An EA should be a "concise public document" that serves to: "(1) Briefly provide sufficient evidence and analysis for determining whether to prepare an [EIS or FONSI]; (2) Aid an agency's compliance with [NEPA] when no [EIS] is necessary; [and] (3) Facilitate preparation of [an EIS] when one is necessary. 40 C.F.R. § 1508.9(a). The EA "shall include brief discussions of the need for the proposal, of alternatives as required by [NEPA] section 102(2)(E), of the environmental impacts of the proposed action and alternatives, and a listing of agencies and persons consulted. 40 C.F.R. § 1508.9(b). The alternatives analysis of § 102(2)(E) requires agencies to "study, develop, and describe appropriate alternatives to recommend courses of action in any proposal which involves unresolved conflicts concerning alternative uses of available resources." 42 U.S.C. § 4332(2)(E).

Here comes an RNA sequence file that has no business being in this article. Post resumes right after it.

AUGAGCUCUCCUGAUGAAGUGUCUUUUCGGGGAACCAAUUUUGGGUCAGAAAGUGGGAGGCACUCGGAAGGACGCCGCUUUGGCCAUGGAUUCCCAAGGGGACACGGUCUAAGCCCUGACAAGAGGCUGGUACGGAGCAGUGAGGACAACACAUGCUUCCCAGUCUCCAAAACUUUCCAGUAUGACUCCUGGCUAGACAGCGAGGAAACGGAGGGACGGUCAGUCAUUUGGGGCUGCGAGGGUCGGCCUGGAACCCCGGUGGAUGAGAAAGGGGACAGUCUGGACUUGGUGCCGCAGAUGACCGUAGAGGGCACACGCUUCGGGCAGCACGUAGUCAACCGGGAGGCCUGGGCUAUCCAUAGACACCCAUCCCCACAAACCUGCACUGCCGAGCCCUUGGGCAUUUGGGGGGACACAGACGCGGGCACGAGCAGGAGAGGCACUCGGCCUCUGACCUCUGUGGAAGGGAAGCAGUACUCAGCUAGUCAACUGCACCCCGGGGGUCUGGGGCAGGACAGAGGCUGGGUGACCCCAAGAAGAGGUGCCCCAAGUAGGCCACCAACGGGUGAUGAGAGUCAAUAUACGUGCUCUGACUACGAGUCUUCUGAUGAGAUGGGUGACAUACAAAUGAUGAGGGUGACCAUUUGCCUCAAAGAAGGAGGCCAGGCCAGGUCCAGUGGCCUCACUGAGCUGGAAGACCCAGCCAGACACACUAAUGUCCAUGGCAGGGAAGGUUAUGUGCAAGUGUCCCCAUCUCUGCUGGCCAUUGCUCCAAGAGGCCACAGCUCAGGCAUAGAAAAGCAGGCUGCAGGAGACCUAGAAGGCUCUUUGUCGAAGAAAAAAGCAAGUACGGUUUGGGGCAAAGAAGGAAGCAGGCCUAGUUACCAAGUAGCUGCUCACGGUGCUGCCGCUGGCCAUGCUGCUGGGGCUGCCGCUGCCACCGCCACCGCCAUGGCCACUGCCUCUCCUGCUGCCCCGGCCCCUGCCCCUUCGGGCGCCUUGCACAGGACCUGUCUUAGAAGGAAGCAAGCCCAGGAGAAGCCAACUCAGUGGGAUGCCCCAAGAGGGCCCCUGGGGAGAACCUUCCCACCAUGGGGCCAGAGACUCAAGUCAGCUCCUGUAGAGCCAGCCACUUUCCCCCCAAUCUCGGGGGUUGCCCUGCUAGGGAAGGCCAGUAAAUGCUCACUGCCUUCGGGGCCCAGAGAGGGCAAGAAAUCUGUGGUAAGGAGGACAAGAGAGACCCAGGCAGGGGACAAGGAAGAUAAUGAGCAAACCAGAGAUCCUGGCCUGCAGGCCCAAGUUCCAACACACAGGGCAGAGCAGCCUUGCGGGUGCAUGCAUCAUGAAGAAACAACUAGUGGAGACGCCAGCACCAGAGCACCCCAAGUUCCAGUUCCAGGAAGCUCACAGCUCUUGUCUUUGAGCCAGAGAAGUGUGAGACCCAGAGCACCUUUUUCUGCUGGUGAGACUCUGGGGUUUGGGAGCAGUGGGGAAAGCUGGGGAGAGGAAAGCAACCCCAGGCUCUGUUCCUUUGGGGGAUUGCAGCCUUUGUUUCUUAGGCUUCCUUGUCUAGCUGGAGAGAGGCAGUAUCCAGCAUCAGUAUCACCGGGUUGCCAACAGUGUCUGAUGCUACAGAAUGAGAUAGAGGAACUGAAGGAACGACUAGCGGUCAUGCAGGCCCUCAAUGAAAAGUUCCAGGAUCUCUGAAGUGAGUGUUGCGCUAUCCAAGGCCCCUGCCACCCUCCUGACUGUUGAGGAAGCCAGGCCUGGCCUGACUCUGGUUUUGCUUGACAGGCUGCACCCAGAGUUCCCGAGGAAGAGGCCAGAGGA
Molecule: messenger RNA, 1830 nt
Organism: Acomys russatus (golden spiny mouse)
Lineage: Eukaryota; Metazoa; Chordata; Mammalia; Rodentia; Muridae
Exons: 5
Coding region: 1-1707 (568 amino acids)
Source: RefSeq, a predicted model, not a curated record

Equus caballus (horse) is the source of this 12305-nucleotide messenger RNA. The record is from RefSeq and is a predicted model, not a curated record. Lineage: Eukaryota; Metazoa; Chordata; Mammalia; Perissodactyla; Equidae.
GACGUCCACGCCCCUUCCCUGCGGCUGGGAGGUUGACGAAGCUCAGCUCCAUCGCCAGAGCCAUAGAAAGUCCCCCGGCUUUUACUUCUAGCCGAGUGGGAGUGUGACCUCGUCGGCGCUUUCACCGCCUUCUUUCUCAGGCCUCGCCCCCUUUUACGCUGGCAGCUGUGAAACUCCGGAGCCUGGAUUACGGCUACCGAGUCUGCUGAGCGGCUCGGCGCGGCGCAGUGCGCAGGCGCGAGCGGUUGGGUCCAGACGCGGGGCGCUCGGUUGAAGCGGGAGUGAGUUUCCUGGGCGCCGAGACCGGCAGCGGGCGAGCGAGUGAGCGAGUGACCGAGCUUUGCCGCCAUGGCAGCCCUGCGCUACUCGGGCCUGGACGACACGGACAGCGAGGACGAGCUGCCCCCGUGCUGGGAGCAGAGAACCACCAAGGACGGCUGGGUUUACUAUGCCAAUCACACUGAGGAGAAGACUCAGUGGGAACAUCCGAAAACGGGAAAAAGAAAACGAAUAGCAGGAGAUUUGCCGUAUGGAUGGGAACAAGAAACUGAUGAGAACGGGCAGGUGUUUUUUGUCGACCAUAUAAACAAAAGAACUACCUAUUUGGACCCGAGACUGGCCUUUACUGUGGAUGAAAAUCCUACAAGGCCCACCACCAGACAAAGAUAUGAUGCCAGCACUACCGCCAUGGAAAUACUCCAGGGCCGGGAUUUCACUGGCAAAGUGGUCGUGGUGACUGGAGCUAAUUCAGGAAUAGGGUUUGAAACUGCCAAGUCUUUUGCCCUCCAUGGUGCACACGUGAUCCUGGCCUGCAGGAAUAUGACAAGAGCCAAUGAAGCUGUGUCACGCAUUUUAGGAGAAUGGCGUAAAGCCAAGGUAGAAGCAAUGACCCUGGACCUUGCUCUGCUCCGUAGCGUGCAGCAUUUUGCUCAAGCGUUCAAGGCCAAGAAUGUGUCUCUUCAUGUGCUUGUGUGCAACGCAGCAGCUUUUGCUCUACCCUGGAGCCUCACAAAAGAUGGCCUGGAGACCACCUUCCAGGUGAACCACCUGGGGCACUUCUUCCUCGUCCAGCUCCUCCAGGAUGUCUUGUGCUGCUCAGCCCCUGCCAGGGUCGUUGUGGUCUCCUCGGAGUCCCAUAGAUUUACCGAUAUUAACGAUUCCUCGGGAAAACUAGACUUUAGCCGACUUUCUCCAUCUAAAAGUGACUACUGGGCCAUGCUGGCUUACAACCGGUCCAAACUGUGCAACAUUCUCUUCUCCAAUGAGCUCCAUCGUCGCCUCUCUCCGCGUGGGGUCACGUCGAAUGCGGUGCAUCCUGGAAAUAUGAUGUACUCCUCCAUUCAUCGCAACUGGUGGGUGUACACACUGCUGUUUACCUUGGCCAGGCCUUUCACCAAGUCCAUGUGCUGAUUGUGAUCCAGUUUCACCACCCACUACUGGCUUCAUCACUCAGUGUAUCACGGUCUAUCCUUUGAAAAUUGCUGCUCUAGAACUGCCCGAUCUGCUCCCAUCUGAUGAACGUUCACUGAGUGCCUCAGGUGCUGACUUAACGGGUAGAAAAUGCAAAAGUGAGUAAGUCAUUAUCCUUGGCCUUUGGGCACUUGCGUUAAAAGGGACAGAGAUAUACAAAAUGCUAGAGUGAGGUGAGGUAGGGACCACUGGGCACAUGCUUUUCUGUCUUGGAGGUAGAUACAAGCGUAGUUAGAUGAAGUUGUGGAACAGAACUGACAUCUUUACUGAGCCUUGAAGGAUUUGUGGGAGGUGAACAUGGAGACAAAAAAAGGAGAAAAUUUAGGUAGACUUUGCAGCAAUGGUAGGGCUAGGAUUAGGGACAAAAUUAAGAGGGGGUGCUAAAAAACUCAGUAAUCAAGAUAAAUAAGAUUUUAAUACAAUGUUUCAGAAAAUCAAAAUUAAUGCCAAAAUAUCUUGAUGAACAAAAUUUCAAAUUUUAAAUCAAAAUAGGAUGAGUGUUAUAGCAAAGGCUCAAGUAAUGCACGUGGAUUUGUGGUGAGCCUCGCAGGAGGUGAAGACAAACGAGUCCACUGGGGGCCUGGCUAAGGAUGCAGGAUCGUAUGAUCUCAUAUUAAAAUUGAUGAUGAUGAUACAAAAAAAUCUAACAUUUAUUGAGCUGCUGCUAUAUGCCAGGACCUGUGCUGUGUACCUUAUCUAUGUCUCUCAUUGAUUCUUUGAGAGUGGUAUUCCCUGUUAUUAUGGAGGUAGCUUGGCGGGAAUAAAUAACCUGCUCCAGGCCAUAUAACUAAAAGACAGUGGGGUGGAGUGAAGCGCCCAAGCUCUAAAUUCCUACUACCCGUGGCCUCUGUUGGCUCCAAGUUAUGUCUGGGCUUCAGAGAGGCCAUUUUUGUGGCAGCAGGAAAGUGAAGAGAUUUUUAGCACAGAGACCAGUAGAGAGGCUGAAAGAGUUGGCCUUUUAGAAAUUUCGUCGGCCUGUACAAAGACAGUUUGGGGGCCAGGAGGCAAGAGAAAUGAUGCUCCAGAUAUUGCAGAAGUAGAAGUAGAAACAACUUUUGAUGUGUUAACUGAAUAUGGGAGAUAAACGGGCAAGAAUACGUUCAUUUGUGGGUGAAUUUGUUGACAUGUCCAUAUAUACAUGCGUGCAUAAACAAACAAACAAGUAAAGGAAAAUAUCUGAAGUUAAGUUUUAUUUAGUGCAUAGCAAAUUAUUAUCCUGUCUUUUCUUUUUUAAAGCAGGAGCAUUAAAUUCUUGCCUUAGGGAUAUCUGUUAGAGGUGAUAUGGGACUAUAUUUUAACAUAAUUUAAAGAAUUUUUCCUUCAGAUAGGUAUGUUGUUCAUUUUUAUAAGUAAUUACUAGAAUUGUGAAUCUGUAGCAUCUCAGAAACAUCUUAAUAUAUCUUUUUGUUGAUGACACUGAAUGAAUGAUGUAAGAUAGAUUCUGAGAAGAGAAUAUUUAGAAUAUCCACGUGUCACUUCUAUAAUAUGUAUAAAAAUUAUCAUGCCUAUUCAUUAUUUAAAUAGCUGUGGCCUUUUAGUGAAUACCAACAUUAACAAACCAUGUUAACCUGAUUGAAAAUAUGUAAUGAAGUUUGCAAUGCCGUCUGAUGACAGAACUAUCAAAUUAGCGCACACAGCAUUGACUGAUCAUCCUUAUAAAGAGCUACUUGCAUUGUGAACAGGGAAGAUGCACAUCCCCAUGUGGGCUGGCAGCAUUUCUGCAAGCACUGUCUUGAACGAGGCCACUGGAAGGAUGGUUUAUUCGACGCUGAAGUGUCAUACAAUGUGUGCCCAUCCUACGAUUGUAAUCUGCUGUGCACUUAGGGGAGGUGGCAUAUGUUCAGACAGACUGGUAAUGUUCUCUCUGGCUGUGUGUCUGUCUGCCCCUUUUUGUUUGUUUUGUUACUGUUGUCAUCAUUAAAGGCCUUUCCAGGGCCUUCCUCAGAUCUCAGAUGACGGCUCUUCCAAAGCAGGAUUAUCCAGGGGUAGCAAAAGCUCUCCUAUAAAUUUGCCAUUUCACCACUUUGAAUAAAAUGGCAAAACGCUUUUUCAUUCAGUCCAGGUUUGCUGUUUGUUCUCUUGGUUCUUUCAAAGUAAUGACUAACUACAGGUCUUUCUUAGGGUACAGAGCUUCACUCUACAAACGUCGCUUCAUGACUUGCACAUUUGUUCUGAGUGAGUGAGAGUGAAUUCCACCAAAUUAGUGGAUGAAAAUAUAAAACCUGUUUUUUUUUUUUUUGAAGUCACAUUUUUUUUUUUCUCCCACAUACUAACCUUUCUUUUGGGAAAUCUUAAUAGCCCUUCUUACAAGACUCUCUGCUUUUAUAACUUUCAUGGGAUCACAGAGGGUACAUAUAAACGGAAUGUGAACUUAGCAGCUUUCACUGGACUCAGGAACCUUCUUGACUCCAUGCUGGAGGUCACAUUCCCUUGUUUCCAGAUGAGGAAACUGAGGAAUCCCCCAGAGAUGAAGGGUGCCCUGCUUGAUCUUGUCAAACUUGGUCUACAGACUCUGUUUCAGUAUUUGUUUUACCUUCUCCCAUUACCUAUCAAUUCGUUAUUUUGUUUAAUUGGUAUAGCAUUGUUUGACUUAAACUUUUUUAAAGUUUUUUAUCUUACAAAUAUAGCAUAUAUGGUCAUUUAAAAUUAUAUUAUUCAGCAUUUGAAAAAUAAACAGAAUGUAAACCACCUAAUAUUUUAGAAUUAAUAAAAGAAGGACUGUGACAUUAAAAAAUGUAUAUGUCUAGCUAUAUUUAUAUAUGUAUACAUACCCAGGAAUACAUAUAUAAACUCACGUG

Because the environmental effects of the proposed major federal construction project were unclear, the Marine Corps was required to prepare an EA. Navy regulations require that the Commandant of the Marine Corps ensure that subordinate officers conduct EA analysis in compliance with Department of Defense (DOD) and CEQ NEPA regulations. 32 C.F.R. § 775.4(c).

 B. Procedural Background

 In January 1990, the USMC organized an EA review committee for the proposed construction of fifty company-grade officer housing units at San Mateo Point. Two alternative "backup" sites were included "because of potential community opposition" to the San Mateo Point site. AR 5:152:685. The alternative locations were both in the southern half of the base: the Del Mar site near Oceanside, California, and the O'Neill Heights site inland near the Naval Hospital.